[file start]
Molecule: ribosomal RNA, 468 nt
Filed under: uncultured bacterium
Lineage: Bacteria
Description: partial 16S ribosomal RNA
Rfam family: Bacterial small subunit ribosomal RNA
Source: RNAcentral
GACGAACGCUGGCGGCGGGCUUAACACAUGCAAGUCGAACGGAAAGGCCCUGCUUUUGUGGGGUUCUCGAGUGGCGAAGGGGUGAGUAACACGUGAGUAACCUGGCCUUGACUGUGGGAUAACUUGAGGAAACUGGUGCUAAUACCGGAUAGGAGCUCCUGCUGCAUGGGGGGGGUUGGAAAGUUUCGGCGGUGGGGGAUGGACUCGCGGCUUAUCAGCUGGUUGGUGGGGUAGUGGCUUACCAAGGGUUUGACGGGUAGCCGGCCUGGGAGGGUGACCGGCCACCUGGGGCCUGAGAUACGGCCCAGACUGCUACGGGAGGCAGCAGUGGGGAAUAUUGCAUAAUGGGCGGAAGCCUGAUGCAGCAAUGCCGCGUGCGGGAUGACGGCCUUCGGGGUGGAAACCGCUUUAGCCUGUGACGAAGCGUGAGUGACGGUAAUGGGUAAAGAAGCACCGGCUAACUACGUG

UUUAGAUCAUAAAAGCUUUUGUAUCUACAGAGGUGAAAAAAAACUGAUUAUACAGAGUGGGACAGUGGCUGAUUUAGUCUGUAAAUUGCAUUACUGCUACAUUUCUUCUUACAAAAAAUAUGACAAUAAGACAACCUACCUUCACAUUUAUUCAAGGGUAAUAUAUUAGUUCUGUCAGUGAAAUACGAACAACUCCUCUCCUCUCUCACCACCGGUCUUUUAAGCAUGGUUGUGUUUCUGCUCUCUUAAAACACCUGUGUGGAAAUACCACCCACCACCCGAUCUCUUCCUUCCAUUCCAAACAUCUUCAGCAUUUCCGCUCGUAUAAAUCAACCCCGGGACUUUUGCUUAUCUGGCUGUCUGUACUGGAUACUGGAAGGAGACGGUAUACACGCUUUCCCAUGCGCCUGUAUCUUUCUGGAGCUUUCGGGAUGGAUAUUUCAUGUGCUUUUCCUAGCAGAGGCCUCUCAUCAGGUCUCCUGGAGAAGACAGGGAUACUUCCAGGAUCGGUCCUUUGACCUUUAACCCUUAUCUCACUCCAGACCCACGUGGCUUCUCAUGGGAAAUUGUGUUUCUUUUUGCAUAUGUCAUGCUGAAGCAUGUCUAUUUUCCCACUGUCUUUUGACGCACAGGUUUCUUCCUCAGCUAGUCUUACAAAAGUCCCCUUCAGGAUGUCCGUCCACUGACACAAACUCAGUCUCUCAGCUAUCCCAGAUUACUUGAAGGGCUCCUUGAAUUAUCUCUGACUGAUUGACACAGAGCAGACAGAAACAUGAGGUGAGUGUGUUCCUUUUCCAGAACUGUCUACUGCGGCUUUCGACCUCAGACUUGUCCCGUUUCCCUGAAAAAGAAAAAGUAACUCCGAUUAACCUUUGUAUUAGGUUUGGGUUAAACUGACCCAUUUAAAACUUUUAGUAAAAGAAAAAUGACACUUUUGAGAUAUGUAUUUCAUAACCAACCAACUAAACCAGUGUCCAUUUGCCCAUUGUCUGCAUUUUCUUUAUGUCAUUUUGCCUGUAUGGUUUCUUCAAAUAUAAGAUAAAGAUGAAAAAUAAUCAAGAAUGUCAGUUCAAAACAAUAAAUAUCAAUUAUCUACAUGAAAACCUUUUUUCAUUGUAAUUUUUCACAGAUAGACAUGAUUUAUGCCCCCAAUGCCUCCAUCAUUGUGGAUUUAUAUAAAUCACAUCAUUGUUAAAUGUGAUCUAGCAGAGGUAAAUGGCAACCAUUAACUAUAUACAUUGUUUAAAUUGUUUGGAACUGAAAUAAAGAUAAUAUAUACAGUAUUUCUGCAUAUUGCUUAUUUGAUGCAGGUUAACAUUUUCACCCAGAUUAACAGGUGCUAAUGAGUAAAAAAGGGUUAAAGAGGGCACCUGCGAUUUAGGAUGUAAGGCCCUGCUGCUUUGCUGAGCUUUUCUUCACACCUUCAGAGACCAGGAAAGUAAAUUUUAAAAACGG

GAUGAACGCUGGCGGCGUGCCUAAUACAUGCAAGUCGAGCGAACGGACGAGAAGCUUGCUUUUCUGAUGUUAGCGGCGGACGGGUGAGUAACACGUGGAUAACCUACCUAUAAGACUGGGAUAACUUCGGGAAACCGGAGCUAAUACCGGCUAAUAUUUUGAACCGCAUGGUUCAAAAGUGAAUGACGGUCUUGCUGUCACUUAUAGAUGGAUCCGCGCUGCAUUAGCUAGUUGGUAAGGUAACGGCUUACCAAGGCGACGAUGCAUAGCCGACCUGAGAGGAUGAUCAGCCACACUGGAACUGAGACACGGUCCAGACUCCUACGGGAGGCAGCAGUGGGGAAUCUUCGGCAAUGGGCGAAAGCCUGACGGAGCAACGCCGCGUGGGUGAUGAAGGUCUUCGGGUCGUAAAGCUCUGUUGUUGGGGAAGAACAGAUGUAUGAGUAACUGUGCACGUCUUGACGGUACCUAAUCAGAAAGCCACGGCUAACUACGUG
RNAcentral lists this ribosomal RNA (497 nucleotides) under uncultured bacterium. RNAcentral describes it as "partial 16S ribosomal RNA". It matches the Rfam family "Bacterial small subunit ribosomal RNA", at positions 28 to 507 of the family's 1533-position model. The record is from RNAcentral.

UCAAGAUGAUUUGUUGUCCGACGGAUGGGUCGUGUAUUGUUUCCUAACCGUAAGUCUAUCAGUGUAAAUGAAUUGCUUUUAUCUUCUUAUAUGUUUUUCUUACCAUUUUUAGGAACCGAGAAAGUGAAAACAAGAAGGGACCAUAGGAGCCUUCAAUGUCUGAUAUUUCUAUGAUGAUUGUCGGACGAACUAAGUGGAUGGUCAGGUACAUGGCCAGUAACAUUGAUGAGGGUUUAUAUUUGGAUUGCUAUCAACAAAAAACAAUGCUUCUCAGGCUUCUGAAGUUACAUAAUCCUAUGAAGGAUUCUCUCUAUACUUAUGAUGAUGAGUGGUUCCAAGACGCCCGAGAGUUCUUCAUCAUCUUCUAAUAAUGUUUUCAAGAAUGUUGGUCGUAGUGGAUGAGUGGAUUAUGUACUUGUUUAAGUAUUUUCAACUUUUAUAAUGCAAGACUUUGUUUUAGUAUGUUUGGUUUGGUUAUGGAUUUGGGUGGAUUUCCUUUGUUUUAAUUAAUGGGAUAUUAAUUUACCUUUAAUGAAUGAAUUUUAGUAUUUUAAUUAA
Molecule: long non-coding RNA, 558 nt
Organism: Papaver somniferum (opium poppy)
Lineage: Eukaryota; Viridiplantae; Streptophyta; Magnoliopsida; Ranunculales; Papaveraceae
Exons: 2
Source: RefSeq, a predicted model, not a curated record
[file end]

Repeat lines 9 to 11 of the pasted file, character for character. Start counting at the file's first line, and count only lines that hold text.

GAUGAACGCUGGCGGCGUGCCUAAUACAUGCAAGUCGAGCGAACGGACGAGAAGCUUGCUUUUCUGAUGUUAGCGGCGGACGGGUGAGUAACACGUGGAUAACCUACCUAUAAGACUGGGAUAACUUCGGGAAACCGGAGCUAAUACCGGCUAAUAUUUUGAACCGCAUGGUUCAAAAGUGAAUGACGGUCUUGCUGUCACUUAUAGAUGGAUCCGCGCUGCAUUAGCUAGUUGGUAAGGUAACGGCUUACCAAGGCGACGAUGCAUAGCCGACCUGAGAGGAUGAUCAGCCACACUGGAACUGAGACACGGUCCAGACUCCUACGGGAGGCAGCAGUGGGGAAUCUUCGGCAAUGGGCGAAAGCCUGACGGAGCAACGCCGCGUGGGUGAUGAAGGUCUUCGGGUCGUAAAGCUCUGUUGUUGGGGAAGAACAGAUGUAUGAGUAACUGUGCACGUCUUGACGGUACCUAAUCAGAAAGCCACGGCUAACUACGUG
RNAcentral lists this ribosomal RNA (497 nucleotides) under uncultured bacterium. RNAcentral describes it as "partial 16S ribosomal RNA". It matches the Rfam family "Bacterial small subunit ribosomal RNA", at positions 28 to 507 of the family's 1533-position model. The record is from RNAcentral.

UCAAGAUGAUUUGUUGUCCGACGGAUGGGUCGUGUAUUGUUUCCUAACCGUAAGUCUAUCAGUGUAAAUGAAUUGCUUUUAUCUUCUUAUAUGUUUUUCUUACCAUUUUUAGGAACCGAGAAAGUGAAAACAAGAAGGGACCAUAGGAGCCUUCAAUGUCUGAUAUUUCUAUGAUGAUUGUCGGACGAACUAAGUGGAUGGUCAGGUACAUGGCCAGUAACAUUGAUGAGGGUUUAUAUUUGGAUUGCUAUCAACAAAAAACAAUGCUUCUCAGGCUUCUGAAGUUACAUAAUCCUAUGAAGGAUUCUCUCUAUACUUAUGAUGAUGAGUGGUUCCAAGACGCCCGAGAGUUCUUCAUCAUCUUCUAAUAAUGUUUUCAAGAAUGUUGGUCGUAGUGGAUGAGUGGAUUAUGUACUUGUUUAAGUAUUUUCAACUUUUAUAAUGCAAGACUUUGUUUUAGUAUGUUUGGUUUGGUUAUGGAUUUGGGUGGAUUUCCUUUGUUUUAAUUAAUGGGAUAUUAAUUUACCUUUAAUGAAUGAAUUUUAGUAUUUUAAUUAA